Pat Connors spent his goodbye party smiling the whole time - Photo courtesy of Mike Christy of the Arizona Daily Star
In early March 2017, 48 year-old Pat Connors, a prominent restauranteur in Tucson, AZ, knew he wanted a joyful celebration of his life—not a typical sad funeral—as he faced the end stages of stage-4 lung cancer. And he wanted to be there for it, too. He desired an “awake wake,” as he called it, to say goodbye to his family, friends, coworkers, and neighbors at the restaurant he owned.
While he was at Tucson Medical Center’s hospice facility’s Peppi’s House during his last weeks of life, Connors told the center of his wishes. They immediately called BAYADA’s Tucson Adult Nursing office for assistance. BAYADA Nurse Peg Candler, RN, who has been working with hospice patients for eight years, went right to the center to meet Connors and discuss his plans. She couldn’t help but be touched by his upbeat personality and zest for life.
“One of his family members asked if this party was a good idea,” says Candler. “I was concerned about his endurance and how we were going to pull this off. But he had so many people he wanted to say goodbye to, that we had to make it work.”
As part of preparation for the party, Candler met with Connor’s physician to discuss pain control for the big day. She brought medication to administer to him during the event, coordinated the transportation to and from, and made sure he was transferred easily and safely into his wheelchair with oxygen. She also dressed as a guest so she fit in with the rest of the crowd.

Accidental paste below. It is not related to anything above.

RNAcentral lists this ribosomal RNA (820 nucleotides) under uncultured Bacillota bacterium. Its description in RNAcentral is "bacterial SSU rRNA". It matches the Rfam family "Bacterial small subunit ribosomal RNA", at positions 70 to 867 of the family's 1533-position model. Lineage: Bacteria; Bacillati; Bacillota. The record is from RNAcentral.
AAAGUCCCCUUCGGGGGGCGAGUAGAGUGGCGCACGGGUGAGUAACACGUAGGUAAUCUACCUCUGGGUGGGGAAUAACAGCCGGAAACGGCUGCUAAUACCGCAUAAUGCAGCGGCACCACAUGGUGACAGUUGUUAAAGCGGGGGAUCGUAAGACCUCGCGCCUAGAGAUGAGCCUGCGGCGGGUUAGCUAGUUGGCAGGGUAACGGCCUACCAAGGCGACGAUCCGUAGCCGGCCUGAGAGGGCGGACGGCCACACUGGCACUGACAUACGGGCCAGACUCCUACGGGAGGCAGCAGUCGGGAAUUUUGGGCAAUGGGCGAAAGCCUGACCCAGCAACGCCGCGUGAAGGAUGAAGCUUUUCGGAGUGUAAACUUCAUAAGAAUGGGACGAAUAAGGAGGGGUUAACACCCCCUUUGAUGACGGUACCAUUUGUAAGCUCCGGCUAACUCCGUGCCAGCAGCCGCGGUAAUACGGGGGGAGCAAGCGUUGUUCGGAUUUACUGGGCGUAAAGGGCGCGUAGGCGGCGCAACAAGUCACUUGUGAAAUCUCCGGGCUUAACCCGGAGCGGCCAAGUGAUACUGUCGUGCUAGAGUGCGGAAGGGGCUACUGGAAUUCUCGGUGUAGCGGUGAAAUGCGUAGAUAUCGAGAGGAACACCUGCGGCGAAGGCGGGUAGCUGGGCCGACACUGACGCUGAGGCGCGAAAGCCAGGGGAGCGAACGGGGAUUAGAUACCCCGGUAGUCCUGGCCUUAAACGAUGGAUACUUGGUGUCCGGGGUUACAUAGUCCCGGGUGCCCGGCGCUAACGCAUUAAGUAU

Hundreds of attendees stood outside the restaurant, waiting in line for four-to-five hours to say their goodbyes to Connors. Candler listened to stories from young adults who said Connors always encouraged them; others who said Connors helped them get into the restaurant business; and those who loved his genuine, kind nature.
The party was everything Connors hoped for—a happy event filled with laughs and smiles instead of tears, and lots of good food. About 40 restaurants from the area contributed food, a bounty that lasted for hours.
“I was so proud of him,” said Candler. “He lasted for seven hours as the host. At one point I asked him if he was ready to go, and he said the line was too long. He had to make sure he saw all of the people there for him.”
Connors passed away several days later. “It was such a privilege to have been the person who cared for and comforted him during those final days and at his special party,” said Candler, attempting to hold back tears. “I’m sorry for getting so emotional. I guess it’s my own way of honoring him.”